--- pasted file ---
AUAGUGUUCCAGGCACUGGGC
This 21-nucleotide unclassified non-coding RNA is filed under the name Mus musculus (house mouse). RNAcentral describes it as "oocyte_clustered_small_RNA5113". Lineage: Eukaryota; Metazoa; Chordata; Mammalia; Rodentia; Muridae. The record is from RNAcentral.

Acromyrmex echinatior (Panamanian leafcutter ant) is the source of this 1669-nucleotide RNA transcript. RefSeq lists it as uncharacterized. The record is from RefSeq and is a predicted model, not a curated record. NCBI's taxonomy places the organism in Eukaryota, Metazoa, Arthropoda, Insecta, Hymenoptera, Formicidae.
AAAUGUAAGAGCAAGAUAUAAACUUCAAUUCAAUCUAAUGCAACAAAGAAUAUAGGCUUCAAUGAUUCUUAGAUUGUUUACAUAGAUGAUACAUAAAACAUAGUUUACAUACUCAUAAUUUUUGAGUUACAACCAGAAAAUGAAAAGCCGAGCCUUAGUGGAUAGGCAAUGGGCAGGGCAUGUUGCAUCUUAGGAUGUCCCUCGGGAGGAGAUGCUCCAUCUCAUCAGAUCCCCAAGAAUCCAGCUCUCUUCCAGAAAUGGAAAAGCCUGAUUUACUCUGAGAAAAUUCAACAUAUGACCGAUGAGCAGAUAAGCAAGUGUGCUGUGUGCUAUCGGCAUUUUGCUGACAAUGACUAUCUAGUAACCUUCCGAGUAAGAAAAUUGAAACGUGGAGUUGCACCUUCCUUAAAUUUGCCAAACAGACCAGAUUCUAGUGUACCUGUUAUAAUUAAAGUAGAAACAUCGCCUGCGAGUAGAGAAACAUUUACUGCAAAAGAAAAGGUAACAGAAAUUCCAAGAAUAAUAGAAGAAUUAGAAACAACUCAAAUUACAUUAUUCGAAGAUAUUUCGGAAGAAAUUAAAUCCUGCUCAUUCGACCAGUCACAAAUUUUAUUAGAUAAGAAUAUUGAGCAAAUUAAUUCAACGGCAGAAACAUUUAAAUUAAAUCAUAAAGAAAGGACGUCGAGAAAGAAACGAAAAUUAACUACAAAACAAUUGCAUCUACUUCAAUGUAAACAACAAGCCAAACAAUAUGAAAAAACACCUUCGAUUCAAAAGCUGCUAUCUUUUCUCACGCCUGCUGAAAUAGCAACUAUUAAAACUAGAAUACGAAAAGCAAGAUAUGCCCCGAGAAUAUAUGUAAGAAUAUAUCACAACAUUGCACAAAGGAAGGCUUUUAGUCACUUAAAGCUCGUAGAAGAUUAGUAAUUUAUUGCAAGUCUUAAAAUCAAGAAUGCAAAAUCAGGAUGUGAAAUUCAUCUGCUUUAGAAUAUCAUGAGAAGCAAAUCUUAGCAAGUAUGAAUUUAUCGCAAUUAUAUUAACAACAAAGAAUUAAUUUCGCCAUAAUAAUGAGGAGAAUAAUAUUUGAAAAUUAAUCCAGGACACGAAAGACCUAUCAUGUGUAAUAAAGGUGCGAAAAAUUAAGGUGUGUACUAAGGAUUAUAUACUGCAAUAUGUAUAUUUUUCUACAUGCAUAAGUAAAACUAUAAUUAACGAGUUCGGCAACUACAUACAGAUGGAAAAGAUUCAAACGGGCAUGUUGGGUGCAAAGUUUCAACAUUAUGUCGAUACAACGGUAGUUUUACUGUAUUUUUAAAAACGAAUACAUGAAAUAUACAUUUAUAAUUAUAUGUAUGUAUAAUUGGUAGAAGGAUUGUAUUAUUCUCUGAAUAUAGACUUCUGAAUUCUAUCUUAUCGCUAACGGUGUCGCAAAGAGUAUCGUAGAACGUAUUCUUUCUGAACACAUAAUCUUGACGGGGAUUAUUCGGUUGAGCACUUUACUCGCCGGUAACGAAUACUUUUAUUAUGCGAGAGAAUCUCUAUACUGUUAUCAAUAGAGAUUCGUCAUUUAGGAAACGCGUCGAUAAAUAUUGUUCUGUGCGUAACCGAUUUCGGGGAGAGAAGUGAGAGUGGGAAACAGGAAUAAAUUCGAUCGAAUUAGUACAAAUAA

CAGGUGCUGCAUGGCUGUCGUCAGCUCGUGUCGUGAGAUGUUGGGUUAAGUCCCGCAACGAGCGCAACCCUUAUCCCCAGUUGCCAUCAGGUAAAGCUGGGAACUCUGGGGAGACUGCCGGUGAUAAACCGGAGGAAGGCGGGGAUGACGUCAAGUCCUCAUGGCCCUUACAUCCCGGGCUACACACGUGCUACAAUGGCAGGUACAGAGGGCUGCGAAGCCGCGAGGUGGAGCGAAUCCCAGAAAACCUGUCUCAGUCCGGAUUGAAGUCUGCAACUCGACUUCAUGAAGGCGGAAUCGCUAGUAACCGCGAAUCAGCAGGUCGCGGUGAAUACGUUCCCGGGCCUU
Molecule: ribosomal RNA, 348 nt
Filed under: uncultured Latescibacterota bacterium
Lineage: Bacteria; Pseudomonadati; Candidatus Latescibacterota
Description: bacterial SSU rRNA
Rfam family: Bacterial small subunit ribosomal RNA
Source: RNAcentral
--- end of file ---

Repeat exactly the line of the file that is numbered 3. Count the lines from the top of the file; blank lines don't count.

Acromyrmex echinatior (Panamanian leafcutter ant) is the source of this 1669-nucleotide RNA transcript. RefSeq lists it as uncharacterized. The record is from RefSeq and is a predicted model, not a curated record. NCBI's taxonomy places the organism in Eukaryota, Metazoa, Arthropoda, Insecta, Hymenoptera, Formicidae.